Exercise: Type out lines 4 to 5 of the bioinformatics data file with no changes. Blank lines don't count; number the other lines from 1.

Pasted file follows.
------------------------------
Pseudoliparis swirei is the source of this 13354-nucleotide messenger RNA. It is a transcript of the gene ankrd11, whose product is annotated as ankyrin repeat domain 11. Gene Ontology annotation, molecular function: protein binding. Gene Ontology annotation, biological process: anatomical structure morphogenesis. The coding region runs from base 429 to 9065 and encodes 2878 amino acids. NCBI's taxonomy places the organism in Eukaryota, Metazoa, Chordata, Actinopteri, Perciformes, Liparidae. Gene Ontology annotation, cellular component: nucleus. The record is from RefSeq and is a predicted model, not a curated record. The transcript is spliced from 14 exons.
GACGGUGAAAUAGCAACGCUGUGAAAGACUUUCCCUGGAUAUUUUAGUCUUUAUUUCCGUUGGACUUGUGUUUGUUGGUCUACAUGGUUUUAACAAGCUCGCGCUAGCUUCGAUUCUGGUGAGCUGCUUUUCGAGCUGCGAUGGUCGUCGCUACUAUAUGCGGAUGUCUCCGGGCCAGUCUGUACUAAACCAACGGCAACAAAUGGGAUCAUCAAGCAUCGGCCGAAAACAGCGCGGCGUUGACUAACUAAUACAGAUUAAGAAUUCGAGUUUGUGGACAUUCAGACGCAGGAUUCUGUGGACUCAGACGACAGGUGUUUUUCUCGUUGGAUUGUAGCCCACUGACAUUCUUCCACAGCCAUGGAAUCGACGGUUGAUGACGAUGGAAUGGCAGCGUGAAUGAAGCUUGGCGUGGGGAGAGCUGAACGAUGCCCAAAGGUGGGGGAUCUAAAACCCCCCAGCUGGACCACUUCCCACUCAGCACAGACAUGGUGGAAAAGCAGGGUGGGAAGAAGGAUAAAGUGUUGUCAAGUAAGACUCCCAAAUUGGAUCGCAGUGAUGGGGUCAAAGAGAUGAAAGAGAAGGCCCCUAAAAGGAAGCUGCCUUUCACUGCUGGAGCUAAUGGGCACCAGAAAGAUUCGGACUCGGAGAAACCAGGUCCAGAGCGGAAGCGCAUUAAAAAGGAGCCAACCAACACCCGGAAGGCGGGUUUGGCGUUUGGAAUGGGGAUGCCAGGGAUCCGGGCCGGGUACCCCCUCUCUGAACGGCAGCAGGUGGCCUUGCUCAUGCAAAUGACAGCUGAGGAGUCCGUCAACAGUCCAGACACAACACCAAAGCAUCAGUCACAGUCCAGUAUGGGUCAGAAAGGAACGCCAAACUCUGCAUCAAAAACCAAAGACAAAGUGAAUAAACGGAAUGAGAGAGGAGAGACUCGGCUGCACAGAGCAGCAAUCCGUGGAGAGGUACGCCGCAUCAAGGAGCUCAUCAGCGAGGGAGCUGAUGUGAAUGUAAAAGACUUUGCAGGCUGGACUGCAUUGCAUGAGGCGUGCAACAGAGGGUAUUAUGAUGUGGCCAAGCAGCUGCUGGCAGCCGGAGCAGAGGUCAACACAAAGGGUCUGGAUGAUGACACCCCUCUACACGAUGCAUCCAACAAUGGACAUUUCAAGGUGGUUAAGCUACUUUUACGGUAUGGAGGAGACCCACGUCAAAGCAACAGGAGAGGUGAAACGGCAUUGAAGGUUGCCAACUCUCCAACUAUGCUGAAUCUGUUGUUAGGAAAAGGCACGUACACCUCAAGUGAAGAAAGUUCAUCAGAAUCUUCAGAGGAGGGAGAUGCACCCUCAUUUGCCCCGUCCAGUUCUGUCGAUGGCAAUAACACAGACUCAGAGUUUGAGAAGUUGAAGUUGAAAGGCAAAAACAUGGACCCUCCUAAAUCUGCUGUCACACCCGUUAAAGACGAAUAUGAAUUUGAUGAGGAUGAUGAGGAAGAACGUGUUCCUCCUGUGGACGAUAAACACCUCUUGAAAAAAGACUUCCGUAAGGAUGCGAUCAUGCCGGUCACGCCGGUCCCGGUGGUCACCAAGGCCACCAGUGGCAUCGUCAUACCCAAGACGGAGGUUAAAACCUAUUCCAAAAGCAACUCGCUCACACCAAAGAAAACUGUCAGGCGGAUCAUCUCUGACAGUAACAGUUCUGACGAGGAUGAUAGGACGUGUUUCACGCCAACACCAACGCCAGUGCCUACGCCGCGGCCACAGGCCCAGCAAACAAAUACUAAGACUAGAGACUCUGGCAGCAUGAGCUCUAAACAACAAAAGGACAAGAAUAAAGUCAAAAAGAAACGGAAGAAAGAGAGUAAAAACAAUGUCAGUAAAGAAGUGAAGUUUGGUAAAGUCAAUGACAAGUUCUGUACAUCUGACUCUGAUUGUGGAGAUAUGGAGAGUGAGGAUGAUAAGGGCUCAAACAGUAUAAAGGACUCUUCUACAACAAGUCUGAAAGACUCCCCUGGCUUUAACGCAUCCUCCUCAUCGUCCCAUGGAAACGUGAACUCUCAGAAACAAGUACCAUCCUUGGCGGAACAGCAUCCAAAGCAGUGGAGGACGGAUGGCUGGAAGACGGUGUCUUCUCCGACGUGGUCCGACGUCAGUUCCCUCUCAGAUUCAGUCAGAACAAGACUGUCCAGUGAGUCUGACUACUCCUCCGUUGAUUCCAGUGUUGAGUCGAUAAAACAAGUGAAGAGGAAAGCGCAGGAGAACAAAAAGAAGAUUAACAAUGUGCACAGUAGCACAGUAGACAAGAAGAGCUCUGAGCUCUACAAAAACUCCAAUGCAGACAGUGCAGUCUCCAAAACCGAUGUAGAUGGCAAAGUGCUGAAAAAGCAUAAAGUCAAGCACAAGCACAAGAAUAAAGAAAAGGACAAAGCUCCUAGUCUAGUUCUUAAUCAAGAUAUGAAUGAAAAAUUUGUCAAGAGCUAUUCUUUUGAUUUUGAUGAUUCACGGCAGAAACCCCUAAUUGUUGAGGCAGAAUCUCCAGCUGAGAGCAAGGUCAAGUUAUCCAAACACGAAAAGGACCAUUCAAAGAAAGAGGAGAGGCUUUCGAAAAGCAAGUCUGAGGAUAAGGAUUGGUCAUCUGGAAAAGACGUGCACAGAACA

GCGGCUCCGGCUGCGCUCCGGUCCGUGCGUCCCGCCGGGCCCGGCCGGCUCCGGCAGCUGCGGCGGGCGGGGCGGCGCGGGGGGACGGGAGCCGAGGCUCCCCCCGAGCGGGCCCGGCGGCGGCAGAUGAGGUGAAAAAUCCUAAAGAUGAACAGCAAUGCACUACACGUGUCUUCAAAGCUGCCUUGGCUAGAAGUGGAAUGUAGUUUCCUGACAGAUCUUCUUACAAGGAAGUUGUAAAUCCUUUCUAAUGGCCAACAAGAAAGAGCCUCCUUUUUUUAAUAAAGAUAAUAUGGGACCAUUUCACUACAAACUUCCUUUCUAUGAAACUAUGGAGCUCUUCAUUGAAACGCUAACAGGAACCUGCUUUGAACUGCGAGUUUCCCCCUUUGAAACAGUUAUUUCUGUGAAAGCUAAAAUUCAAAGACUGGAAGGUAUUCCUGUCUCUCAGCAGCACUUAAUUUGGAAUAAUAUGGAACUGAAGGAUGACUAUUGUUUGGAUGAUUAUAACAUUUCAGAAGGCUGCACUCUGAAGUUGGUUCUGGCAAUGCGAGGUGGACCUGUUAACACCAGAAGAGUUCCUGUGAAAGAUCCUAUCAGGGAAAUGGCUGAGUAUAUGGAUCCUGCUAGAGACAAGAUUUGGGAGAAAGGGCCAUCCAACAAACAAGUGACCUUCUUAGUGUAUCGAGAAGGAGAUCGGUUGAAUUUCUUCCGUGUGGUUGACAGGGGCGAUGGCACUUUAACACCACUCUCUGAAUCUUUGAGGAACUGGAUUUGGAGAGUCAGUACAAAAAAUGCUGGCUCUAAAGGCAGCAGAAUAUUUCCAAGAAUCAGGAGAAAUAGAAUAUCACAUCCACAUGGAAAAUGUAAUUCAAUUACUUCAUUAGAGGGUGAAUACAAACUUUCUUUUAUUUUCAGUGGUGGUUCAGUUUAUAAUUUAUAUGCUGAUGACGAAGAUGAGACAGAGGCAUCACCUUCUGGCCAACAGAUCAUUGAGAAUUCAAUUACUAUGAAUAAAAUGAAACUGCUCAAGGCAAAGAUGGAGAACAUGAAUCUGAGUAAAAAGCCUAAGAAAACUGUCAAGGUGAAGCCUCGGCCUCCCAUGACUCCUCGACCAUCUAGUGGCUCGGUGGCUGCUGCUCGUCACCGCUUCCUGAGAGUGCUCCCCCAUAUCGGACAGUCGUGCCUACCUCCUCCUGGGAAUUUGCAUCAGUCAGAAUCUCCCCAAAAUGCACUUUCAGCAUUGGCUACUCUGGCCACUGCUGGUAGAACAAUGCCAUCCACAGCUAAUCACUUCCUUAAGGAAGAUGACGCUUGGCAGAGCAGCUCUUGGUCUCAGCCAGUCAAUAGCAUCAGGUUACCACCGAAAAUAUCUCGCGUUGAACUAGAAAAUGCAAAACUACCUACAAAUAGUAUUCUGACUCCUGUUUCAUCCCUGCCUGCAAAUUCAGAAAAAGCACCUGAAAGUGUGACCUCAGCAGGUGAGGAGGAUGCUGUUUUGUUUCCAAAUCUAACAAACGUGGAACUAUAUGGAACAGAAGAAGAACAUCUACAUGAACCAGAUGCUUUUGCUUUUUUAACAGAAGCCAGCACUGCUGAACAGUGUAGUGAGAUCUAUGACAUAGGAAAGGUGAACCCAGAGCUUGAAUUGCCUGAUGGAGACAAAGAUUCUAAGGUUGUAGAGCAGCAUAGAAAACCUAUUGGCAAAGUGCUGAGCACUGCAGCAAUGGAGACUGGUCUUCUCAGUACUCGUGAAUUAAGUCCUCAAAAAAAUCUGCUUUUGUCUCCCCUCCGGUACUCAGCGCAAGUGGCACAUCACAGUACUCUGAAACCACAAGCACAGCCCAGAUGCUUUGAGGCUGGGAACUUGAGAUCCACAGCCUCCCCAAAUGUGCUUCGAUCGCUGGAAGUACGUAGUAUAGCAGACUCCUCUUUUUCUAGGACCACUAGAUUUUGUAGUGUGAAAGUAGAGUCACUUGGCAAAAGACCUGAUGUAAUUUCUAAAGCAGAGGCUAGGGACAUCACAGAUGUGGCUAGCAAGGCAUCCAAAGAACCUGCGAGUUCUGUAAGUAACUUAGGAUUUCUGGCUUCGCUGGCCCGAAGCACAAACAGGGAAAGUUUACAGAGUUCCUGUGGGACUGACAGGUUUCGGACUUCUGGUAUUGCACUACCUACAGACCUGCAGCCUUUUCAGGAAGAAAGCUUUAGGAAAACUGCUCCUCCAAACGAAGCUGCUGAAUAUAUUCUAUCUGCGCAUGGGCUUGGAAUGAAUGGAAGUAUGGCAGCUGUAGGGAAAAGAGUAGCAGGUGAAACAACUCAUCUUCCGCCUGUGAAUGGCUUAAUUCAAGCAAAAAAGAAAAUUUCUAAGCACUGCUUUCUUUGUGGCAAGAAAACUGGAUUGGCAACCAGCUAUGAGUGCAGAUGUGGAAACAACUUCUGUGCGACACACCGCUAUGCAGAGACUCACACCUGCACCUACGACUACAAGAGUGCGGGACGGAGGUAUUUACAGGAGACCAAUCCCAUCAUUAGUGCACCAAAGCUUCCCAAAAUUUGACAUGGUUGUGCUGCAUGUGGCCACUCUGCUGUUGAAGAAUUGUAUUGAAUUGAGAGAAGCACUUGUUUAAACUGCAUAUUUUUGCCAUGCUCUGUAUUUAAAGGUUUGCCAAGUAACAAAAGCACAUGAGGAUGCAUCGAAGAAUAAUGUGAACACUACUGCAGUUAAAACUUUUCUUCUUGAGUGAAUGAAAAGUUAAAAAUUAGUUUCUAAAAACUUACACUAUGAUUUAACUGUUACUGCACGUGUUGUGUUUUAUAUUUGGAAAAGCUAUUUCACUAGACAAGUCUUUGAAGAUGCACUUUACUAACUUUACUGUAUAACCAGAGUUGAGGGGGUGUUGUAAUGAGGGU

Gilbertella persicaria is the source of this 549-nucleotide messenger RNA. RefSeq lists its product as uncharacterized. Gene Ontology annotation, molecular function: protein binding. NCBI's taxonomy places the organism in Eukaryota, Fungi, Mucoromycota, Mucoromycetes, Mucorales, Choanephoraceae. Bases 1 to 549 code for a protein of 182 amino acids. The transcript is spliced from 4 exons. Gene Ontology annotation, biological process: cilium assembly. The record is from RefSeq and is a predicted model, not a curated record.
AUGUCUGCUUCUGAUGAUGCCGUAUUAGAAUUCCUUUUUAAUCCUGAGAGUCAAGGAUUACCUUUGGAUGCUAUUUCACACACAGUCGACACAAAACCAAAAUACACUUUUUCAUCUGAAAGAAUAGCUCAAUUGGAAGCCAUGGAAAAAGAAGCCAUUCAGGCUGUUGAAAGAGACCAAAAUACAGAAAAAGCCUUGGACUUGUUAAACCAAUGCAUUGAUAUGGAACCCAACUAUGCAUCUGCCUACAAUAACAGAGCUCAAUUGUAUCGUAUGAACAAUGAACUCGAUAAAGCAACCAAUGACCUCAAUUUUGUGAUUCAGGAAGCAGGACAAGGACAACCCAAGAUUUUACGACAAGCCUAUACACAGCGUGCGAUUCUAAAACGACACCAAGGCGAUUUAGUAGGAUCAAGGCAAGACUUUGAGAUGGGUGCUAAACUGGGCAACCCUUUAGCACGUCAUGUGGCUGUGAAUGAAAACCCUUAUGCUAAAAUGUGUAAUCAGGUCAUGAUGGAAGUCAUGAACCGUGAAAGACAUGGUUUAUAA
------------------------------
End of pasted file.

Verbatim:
Gilbertella persicaria is the source of this 549-nucleotide messenger RNA. RefSeq lists its product as uncharacterized. Gene Ontology annotation, molecular function: protein binding. NCBI's taxonomy places the organism in Eukaryota, Fungi, Mucoromycota, Mucoromycetes, Mucorales, Choanephoraceae. Bases 1 to 549 code for a protein of 182 amino acids. The transcript is spliced from 4 exons. Gene Ontology annotation, biological process: cilium assembly. The record is from RefSeq and is a predicted model, not a curated record.
AUGUCUGCUUCUGAUGAUGCCGUAUUAGAAUUCCUUUUUAAUCCUGAGAGUCAAGGAUUACCUUUGGAUGCUAUUUCACACACAGUCGACACAAAACCAAAAUACACUUUUUCAUCUGAAAGAAUAGCUCAAUUGGAAGCCAUGGAAAAAGAAGCCAUUCAGGCUGUUGAAAGAGACCAAAAUACAGAAAAAGCCUUGGACUUGUUAAACCAAUGCAUUGAUAUGGAACCCAACUAUGCAUCUGCCUACAAUAACAGAGCUCAAUUGUAUCGUAUGAACAAUGAACUCGAUAAAGCAACCAAUGACCUCAAUUUUGUGAUUCAGGAAGCAGGACAAGGACAACCCAAGAUUUUACGACAAGCCUAUACACAGCGUGCGAUUCUAAAACGACACCAAGGCGAUUUAGUAGGAUCAAGGCAAGACUUUGAGAUGGGUGCUAAACUGGGCAACCCUUUAGCACGUCAUGUGGCUGUGAAUGAAAACCCUUAUGCUAAAAUGUGUAAUCAGGUCAUGAUGGAAGUCAUGAACCGUGAAAGACAUGGUUUAUAA